(Lecture) This course explores the literature that represented, was created for, and was inspired by the city of London in the early modern period.  It will encourage students to analyze the ways in which literature relates to its geographical, social, cultural, religious and political contexts -- in this case, the very specific contexts provided by a single city in the period from 1500 to 1700. It will cover such topics as London's experience in the Reformation; London's suburban expansion; the Civil War and Restoration; the Great Fire and the subsequent rebuilding; London's government, and relations with the Crown; social issues including immigration, unrest, the place of women, the place of strangers, the plague and prostitution.  The course will highlight the importance of London as the hub of print publication, and as the site for the public theatre -- it will therefore deal predominantly with drama but also draw on prose pamphlets, entries, maps, diaries, prospects and poetic mock-will.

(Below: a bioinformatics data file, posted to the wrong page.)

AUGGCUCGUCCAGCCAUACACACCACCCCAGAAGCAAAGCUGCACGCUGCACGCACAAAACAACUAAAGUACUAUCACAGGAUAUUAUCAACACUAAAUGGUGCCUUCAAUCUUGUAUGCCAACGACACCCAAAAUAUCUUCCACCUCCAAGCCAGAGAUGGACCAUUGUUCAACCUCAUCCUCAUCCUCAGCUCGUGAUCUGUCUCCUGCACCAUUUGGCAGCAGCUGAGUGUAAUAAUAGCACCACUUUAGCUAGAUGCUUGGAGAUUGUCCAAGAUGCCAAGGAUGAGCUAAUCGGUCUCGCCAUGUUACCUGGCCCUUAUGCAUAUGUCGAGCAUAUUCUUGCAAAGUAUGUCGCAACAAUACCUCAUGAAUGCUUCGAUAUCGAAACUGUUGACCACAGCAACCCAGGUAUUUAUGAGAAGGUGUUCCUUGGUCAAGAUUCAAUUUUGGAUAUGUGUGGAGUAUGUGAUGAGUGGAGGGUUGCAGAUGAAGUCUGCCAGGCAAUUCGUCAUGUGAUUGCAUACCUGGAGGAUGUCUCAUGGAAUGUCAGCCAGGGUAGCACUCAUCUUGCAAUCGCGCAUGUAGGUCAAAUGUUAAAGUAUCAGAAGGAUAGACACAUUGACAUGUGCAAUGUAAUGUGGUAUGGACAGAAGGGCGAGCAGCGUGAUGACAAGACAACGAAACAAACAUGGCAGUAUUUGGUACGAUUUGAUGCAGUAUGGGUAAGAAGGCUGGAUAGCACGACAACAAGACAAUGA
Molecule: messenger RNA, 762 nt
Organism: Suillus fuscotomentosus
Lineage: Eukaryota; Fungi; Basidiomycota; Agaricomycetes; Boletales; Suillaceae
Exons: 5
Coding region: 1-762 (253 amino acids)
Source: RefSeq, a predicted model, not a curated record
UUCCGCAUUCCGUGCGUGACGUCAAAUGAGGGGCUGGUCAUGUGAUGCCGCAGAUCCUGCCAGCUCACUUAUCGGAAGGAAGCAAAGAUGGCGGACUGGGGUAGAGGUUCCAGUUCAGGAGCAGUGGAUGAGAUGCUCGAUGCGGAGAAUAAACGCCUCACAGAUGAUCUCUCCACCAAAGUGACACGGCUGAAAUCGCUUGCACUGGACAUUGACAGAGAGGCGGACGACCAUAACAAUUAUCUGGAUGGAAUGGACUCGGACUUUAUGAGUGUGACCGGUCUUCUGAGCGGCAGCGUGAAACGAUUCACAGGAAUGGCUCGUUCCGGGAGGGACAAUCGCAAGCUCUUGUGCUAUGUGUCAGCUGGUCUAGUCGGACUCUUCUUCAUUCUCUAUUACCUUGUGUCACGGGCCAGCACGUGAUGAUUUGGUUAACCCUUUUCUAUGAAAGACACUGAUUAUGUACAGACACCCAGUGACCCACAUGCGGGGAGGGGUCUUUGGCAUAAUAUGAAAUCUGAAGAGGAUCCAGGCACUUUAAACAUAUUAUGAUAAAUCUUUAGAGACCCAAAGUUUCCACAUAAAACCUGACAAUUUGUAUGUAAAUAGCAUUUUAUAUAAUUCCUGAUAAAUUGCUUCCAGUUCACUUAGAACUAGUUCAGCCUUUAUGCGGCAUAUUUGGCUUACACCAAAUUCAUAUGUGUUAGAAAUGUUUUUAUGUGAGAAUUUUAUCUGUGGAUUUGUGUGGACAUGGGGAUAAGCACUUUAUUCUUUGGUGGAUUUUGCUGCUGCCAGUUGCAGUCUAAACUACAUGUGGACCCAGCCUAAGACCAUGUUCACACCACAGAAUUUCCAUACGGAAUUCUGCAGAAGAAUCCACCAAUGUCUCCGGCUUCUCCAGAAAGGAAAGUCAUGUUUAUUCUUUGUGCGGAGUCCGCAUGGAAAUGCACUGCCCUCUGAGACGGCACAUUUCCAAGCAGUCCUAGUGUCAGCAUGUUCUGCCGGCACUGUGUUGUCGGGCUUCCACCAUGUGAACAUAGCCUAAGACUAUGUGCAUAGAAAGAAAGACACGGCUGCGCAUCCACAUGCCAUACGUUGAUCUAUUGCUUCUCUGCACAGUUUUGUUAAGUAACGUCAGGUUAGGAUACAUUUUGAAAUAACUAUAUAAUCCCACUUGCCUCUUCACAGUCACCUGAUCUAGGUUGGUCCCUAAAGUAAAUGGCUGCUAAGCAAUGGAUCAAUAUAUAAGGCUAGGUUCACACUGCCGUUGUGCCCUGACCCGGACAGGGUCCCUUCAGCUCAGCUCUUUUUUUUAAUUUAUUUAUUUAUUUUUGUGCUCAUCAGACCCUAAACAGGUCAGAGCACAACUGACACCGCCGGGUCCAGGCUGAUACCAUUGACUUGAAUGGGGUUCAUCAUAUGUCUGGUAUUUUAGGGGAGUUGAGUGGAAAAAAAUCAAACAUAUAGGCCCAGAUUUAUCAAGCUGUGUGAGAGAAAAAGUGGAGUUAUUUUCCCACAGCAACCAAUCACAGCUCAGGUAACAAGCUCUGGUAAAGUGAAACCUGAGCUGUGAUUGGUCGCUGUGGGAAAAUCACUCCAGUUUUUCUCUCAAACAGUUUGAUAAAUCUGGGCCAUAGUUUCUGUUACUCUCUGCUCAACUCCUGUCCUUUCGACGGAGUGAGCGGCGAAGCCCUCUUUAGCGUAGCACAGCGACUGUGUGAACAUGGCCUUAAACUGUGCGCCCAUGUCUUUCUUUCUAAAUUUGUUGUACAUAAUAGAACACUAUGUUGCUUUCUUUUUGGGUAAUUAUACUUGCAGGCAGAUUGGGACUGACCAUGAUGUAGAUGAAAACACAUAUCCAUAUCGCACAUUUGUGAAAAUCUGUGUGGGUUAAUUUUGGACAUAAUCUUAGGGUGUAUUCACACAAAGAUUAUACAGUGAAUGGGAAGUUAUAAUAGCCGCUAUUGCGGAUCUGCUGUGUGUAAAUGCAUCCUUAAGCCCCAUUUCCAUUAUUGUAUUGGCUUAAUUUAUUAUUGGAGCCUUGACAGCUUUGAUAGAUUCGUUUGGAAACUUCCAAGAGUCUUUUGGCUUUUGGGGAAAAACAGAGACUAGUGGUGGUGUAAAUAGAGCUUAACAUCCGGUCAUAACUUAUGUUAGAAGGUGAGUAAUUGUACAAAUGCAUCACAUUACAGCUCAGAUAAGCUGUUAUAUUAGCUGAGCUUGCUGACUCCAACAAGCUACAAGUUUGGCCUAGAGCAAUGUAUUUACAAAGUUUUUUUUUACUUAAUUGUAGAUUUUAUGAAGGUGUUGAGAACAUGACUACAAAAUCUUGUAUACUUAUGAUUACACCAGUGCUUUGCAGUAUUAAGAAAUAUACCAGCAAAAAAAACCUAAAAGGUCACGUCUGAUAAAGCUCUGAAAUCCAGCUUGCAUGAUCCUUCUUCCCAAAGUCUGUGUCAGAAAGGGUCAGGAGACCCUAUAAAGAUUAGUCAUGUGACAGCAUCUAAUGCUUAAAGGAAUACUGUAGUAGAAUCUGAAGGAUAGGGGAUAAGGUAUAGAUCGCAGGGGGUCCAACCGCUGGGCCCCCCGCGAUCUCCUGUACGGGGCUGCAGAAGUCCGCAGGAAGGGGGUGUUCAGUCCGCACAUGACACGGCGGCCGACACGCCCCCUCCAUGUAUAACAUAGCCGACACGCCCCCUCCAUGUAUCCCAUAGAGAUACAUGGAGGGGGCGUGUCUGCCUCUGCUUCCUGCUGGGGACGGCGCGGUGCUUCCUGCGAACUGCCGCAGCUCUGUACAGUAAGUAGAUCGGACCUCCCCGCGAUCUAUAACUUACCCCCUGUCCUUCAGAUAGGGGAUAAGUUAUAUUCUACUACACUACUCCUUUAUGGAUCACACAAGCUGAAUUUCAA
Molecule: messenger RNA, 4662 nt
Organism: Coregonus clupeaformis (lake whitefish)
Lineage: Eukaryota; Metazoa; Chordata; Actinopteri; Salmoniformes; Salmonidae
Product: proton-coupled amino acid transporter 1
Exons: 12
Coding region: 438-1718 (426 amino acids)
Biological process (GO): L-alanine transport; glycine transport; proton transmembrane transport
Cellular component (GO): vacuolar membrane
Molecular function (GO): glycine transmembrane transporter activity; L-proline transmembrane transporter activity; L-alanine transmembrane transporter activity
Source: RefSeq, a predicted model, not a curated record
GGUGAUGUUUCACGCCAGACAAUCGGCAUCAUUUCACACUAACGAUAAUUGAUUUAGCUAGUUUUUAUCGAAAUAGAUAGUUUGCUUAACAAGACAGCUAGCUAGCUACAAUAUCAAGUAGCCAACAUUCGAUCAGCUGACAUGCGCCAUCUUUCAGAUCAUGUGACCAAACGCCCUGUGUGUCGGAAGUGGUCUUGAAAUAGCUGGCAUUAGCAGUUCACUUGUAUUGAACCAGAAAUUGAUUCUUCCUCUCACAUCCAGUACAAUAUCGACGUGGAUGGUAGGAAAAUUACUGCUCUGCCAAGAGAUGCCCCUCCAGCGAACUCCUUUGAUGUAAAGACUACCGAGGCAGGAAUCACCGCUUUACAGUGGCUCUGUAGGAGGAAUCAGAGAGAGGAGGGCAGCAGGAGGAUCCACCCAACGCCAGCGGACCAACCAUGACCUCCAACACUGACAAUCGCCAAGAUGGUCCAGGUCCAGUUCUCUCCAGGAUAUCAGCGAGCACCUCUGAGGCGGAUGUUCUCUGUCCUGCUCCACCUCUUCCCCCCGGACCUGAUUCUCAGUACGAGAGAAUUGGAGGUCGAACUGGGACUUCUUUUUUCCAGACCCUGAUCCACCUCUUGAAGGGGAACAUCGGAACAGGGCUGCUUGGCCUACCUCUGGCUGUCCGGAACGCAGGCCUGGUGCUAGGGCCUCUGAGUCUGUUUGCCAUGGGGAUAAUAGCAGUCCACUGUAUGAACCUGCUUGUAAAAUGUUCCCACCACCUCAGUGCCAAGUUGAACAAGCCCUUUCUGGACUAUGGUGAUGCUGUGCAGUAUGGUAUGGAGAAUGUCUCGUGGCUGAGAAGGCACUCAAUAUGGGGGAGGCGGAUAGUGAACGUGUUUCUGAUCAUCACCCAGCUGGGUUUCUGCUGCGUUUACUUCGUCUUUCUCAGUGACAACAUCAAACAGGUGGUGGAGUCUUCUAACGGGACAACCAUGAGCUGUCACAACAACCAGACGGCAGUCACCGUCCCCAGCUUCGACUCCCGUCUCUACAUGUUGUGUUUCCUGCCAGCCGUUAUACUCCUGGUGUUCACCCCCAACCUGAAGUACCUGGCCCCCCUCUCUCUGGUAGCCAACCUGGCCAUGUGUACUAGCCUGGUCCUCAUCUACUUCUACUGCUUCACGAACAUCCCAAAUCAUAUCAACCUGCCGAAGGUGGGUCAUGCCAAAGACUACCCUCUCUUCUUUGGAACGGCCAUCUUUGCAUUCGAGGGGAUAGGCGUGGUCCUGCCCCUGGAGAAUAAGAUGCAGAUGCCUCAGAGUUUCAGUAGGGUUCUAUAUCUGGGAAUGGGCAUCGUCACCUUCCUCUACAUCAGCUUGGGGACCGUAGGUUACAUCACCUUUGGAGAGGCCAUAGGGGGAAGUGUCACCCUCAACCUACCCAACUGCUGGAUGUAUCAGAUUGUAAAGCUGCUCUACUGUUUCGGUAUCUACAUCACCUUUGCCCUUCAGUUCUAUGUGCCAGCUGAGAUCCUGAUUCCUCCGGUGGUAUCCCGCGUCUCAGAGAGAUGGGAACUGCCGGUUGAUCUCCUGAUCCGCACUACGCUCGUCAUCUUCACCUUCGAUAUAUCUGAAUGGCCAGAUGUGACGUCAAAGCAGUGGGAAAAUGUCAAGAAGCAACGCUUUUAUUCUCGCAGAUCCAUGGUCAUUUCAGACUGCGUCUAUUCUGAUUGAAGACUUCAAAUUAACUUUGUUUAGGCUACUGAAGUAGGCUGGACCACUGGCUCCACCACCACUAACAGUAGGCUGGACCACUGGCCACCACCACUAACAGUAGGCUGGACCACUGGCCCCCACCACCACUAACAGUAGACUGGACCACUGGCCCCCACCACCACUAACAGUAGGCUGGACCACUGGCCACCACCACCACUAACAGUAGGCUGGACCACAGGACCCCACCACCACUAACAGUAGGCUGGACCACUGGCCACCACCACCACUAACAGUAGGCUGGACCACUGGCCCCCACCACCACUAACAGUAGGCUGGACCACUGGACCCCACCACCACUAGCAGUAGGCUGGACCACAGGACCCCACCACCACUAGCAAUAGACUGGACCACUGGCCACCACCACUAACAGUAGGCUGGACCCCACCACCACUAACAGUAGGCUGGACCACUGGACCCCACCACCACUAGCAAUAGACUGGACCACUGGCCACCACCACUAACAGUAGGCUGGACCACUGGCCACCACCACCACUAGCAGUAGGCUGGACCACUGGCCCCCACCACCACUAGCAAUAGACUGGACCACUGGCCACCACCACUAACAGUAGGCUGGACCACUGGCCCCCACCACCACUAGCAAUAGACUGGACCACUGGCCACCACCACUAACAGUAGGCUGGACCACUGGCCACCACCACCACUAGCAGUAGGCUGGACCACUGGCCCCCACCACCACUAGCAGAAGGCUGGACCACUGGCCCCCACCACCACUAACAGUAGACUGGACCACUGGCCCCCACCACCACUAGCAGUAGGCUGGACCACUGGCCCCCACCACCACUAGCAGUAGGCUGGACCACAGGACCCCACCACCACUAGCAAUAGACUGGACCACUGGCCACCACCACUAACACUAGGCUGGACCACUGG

Course NumberSection/Call NumberTimes/LocationInstructorPointsEnrollment
ENGL 4210001/15988M W 8:40am - 9:55am
612 Philosophy Hall
Alan Stewart312/50

ENGL GU4211 Milton in Context.3 points.